Friday, February 25, 2005

The End of Another Writing Week

It was only 4 days.  And I'd made a vow not to distract myself with email, reading blogs or anything else.

Tuesday and Wednesday I failed.  I wrote, but switching to email and other things made it unsatisfactory.  On Thursday and Friday I prevailed.  No distractions.  I got a lot done and more links became clear.  No, not those kind of links.  Clue links.  Family links. Killer links.

Do I feel good about two days of complete concentration?  You bet.  There's nothing like it when it goes well.  I'm excited that the words and situations are making sense and it's beginning to read like a novel.

It may not be as startling as the first version, but what good was that when I couldn't make it add up?

Although I'm still rewriting there are some pages that are new.  By the end of next week I should be finished with rewriting and it'll all be fresh from there. 

Yes, that's scary.  My setup is done and I'll be continuing to interview suspects and unraveling histories with perhaps a surprise or two to the reader. Maybe even to me.  On the other hand, scary or not, I'll be glad to be writing new stuff.

It's not clear sailing by any means.  I anticipate hard days, mistakes, irritation.  Still, I don't think I'll discover again that I've got the damn thing all wrong.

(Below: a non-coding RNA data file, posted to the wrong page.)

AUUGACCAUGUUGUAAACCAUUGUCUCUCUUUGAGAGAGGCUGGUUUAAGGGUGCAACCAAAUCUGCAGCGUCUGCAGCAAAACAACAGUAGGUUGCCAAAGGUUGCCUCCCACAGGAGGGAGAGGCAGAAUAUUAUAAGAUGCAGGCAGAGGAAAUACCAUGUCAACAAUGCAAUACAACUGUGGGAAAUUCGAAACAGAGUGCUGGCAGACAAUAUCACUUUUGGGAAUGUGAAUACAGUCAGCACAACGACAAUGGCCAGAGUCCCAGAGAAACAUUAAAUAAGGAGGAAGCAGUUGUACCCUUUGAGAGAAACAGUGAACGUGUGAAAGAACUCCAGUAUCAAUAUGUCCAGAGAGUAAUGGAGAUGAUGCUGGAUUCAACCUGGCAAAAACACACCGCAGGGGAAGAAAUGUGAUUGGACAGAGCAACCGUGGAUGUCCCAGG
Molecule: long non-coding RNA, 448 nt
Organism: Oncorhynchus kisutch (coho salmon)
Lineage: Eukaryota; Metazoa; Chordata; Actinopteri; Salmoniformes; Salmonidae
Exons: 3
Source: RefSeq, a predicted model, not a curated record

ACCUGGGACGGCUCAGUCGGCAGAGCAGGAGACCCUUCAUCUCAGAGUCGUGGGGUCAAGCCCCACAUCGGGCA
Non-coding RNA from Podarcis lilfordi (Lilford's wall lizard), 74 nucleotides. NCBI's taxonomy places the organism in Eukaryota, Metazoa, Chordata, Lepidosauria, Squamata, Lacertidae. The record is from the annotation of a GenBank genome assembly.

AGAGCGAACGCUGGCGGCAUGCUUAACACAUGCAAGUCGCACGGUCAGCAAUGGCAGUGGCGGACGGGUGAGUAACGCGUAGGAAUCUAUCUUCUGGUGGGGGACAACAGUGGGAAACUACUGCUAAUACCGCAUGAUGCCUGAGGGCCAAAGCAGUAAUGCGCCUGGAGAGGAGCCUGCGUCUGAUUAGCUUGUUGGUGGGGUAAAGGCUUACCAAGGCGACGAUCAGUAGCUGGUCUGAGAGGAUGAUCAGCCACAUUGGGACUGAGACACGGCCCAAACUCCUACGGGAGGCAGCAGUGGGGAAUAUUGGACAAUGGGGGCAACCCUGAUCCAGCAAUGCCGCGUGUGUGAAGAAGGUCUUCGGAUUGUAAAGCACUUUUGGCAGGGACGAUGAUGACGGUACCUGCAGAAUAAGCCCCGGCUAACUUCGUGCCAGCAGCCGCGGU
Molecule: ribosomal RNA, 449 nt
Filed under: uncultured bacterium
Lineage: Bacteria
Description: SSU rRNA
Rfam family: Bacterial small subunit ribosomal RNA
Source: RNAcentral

So I count this week as a success. Even though there were only 2 days out of 4 that were what I wanted them to be, I feel I've broken a bad habit and that I'll now be able to write with discipline as I always have.  Three to four hours a day or at least 5 pages, whichever comes first.

I know some people write all day or all night.  I've never done that.  But when I was younger I'd get 10 pages done in those three or four hours.  Ed McBain would laugh at me. I think I read somewhere that he still writes from 9-6 and he's been doing this a little longer than I have.

Being successful this week makes me feel I deserve the weekend.  But I wish I didn't feel I deserve desserts.  More than I have in a long time, I'll really enjoy reading, viewing and whatever else I do.

Thanks to all who've been rooting for me.

Oh, one more thing.  If the Oscars on Sunday night don't end on time I'll be too tired to write on Monday.  I wonder if I'll ever work a 5 day week again.